In the Times review of Chuck Klosterman’s latest book, I Wear the Black Hat, the author is described as “the envy of every culture critic who ever tottered home from a Starbucks laptop session with his clothes smelling of caffeine and cremated ideas.”
(Full disclosure: this writer often drinks caffeine and cremates ideas at your local Starbucks. Also, I envy Chuck Klosterman.)
As such, like so many bespectacled Starbucks frequenters, I too was at the Gladstone a few weeks back to catch the best-selling essayist on a Canadian stage. With each new beer received, the banter got wittier, the depth of argument deeper and the indie-rock references, well, there were many. That is to say Chuck Klosterman in person, in black Converse, is every bit the author in his books: nerdy, funny, bright and egocentric.
The writer from Minnesota is easy to underestimate. Getting into law school is perceived by most as a difficult, honourable accomplishment. Writing about what makes Perez Hilton a villain, à la Klosterman’s new book, is not.
Read a page of anything he’s written. Sure, the references he uses to illustrate his points are the same poppy ones that pass along our news feeds and Twitter screens, but the guy now serving as the Ethicist at The New York Times is also connecting disparate popular media markers (from Star Wars to Spice Girls) with creative new ideas and complex chains of thought. In answer to one fan asking about shock tactics on the Internet, Klosterman explained why he’s not worried. The average 9-year-old boy today, he said, has probably seen more porn online than grown men generations prior ever did and the perverse result is the kid thus becomes quickly inured to subsequent shock tactics, thereby nullifying their effect. This is what makes Klosterman clever. The obvious porn observation alone is the stuff of bad stand-up. Taking the thought to its end is why we paid $8 to watch a guy promote a book.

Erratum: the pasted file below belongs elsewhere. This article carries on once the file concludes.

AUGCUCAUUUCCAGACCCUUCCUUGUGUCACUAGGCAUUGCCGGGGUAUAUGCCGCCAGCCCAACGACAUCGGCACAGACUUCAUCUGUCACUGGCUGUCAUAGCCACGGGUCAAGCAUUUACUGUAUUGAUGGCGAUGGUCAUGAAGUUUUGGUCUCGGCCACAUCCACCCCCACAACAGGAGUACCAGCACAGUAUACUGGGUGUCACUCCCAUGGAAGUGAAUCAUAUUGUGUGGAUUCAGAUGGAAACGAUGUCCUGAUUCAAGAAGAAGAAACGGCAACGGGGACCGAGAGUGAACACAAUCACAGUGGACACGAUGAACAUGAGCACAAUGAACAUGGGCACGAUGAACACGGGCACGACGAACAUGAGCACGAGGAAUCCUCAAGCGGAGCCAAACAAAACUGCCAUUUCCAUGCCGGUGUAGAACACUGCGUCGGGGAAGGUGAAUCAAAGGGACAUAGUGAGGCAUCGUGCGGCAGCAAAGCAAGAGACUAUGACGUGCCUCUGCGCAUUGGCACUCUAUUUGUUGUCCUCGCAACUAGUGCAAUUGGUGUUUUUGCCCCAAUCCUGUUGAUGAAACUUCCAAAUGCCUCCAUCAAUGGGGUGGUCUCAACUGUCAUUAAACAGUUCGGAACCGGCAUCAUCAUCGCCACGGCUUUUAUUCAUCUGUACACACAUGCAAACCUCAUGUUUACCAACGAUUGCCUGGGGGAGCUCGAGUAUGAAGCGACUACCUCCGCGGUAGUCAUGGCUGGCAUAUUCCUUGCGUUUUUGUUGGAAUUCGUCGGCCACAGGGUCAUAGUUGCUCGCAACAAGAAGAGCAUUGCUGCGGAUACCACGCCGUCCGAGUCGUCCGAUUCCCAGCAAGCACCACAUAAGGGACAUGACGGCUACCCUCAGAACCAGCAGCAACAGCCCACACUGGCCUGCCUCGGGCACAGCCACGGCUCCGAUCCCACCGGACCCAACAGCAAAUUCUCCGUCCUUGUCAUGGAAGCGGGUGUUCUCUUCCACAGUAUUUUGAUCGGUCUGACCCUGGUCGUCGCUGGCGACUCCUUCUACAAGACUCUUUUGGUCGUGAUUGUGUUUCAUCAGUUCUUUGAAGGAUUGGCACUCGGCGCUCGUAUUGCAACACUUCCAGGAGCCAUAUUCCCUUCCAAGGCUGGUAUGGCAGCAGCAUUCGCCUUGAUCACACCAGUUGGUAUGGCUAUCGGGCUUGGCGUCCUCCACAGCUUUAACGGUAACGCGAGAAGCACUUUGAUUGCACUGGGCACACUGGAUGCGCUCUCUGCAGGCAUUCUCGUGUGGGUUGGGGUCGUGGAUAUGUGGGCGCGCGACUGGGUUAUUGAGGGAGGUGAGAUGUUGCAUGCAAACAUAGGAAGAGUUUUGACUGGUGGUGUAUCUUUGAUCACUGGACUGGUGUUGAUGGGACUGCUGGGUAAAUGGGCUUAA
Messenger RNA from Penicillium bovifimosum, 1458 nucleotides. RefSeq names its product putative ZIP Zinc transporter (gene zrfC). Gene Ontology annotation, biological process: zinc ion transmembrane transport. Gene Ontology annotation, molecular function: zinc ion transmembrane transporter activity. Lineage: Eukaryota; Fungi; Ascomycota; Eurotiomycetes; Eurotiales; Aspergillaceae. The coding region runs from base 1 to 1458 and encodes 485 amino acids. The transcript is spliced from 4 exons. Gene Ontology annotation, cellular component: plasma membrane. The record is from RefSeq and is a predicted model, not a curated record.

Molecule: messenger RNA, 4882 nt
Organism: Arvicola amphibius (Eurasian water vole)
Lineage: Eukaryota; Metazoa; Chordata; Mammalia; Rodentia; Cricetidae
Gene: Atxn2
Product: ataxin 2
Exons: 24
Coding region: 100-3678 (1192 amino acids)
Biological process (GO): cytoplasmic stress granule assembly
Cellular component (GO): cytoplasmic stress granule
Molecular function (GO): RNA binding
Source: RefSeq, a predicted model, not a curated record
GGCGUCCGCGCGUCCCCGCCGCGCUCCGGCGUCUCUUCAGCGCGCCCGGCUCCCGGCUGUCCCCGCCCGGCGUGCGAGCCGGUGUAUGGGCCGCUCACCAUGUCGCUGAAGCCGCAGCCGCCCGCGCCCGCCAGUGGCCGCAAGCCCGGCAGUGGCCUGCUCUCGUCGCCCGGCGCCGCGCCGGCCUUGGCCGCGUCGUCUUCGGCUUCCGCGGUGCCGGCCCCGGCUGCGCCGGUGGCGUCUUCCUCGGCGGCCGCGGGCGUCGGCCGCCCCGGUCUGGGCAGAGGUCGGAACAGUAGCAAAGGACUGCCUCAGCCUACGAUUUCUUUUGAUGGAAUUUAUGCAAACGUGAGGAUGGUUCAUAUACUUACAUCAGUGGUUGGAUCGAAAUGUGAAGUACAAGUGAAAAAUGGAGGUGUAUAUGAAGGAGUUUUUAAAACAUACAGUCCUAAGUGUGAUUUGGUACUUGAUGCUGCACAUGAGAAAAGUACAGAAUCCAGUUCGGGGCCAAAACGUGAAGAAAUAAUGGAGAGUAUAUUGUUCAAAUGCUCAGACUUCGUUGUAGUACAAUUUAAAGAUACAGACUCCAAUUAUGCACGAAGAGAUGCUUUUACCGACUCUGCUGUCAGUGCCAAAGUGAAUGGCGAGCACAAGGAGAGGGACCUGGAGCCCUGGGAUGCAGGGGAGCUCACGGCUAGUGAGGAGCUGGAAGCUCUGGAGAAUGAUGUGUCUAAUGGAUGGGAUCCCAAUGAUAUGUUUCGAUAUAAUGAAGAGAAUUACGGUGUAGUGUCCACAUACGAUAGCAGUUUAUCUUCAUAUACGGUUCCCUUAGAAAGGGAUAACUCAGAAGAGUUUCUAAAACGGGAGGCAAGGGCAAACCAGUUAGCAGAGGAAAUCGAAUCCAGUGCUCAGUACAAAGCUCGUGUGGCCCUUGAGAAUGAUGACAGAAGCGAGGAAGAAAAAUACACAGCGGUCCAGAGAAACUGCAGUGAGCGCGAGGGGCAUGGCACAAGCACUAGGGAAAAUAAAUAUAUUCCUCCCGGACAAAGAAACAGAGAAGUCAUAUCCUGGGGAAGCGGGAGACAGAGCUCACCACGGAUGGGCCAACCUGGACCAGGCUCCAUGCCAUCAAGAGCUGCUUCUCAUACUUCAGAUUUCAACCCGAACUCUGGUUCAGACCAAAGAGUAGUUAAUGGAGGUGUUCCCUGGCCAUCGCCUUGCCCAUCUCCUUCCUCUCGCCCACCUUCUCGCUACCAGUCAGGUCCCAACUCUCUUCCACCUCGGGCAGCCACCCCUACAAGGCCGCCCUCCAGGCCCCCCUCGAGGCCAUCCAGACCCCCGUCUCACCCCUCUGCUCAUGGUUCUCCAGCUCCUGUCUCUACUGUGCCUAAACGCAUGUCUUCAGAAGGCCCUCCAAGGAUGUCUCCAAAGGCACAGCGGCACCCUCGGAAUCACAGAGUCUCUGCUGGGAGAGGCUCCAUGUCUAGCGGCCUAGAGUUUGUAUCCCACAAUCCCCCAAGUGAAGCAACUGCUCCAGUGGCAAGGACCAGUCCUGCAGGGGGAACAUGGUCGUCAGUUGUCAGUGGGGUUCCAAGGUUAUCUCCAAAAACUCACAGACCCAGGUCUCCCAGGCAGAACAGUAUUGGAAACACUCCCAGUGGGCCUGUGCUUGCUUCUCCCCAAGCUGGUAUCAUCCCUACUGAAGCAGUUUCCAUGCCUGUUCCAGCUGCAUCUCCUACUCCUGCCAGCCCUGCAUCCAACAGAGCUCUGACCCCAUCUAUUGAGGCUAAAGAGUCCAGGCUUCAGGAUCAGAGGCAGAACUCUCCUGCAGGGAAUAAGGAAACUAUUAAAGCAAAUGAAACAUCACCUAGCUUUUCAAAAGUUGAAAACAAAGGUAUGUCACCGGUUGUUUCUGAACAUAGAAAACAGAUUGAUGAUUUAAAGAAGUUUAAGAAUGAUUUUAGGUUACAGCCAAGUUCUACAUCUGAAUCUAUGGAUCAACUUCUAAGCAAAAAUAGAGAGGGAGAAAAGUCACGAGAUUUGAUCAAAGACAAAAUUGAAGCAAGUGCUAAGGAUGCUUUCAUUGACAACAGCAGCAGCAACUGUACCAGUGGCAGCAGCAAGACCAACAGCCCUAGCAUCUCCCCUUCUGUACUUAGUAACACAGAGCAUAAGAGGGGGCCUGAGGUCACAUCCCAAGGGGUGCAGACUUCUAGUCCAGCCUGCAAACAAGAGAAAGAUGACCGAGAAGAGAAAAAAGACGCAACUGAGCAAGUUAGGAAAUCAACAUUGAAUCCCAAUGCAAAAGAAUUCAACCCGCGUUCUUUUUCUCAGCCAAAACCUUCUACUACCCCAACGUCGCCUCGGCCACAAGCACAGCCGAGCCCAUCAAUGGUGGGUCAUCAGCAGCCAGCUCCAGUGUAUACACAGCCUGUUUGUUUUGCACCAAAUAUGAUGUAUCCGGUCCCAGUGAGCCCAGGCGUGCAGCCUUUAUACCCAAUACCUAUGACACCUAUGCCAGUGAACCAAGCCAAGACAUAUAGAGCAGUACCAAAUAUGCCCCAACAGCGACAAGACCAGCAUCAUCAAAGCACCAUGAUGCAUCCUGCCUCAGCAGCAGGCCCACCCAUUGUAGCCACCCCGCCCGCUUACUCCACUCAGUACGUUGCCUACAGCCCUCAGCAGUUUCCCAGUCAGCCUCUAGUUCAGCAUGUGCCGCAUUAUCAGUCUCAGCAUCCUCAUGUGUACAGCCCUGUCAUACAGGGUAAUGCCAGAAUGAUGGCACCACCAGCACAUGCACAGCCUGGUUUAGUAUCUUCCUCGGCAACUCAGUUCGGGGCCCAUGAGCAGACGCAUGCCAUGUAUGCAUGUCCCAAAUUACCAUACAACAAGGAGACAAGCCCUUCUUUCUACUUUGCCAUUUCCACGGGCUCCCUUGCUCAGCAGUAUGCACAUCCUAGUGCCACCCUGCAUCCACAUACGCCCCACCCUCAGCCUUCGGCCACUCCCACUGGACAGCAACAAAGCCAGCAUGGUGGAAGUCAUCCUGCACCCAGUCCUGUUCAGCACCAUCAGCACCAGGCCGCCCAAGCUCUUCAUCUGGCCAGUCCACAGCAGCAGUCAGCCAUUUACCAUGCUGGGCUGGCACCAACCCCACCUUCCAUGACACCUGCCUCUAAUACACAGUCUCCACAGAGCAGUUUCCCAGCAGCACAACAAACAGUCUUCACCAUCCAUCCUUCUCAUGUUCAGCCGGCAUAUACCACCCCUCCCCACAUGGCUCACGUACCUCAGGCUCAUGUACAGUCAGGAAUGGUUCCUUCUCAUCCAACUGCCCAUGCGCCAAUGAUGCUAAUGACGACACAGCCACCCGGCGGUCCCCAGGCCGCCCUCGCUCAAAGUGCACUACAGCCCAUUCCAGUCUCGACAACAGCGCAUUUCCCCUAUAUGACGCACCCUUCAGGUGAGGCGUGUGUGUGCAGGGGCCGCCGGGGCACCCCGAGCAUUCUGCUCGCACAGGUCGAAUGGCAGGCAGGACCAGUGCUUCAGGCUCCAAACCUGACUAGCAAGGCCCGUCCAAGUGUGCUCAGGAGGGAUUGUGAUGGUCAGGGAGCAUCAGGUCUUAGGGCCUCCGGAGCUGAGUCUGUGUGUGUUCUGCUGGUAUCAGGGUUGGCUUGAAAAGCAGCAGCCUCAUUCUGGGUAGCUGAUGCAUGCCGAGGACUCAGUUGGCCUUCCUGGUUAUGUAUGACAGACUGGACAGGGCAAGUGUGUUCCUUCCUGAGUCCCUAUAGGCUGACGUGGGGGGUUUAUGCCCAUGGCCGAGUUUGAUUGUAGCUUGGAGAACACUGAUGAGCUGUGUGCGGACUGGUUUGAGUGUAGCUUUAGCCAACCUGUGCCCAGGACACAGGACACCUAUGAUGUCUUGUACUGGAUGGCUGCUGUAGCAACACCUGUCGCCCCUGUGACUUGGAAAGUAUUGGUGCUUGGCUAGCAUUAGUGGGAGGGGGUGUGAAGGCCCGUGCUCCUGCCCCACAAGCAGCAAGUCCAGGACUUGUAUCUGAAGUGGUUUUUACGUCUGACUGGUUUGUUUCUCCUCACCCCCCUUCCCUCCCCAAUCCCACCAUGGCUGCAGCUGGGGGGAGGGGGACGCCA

Said guy’s penetrating self-awareness is another reason, which, to pull a Klosterman, is not dissimilar from Kanye West, at least according to the author’s own analysis of the ever controversial hip hop megastar. Kanye should be “given some latitude because he might be an authentic genius,” Klosterman told the crowd. A kind of “conscious” genius: one savvy enough to understand what he is doing. “Nothing is accidental, but so good as to seem accidental.” Or was that just Klosterman describing himself?
No surprise then to find the ultra successful writer recognizes the brand he has perfected. He told us he set out to write his latest book as a “500-page, super comprehensive” tome sans swear words or footnotes. He created all sorts of strange rules for himself, but in the end it didn’t matter; the book turned out like all his others: “Short, mostly about me.” He was quick to defend this too. “You know how many books I’ve stopped reading because they’re too short? Zero.”
Everything Klosterman does hits the funny bone or the clever bone. Sounds a bit like the central thesis of his new book about villains that defines them as “knowing everything but caring about nothing.”
In his cynicism and brilliance, Klosterman on stage kept reminding me of Louis CK. With one glaring difference. Alongside CK’s overflowing anger and narcissism, the comedian has kids, whom he loves. It’s this love – which shines through his bitter act – that balances the humour.
I can’t say this about Klosterman. Not that a cultural critic need be loveable, or a (good) dad like Louis CK for that matter, but needn’t there be something beyond the witty and clever?
During the Q & A, an adoring fan pushed Klosterman on his politics. The fan wanted the famous writer to stand up for something. Why doesn’t he? Klosterman had a clever answer I can’t honestly remember except that it amused everyone. I’m still wondering how many, however, it satisfied.
But then maybe I’m just jealous.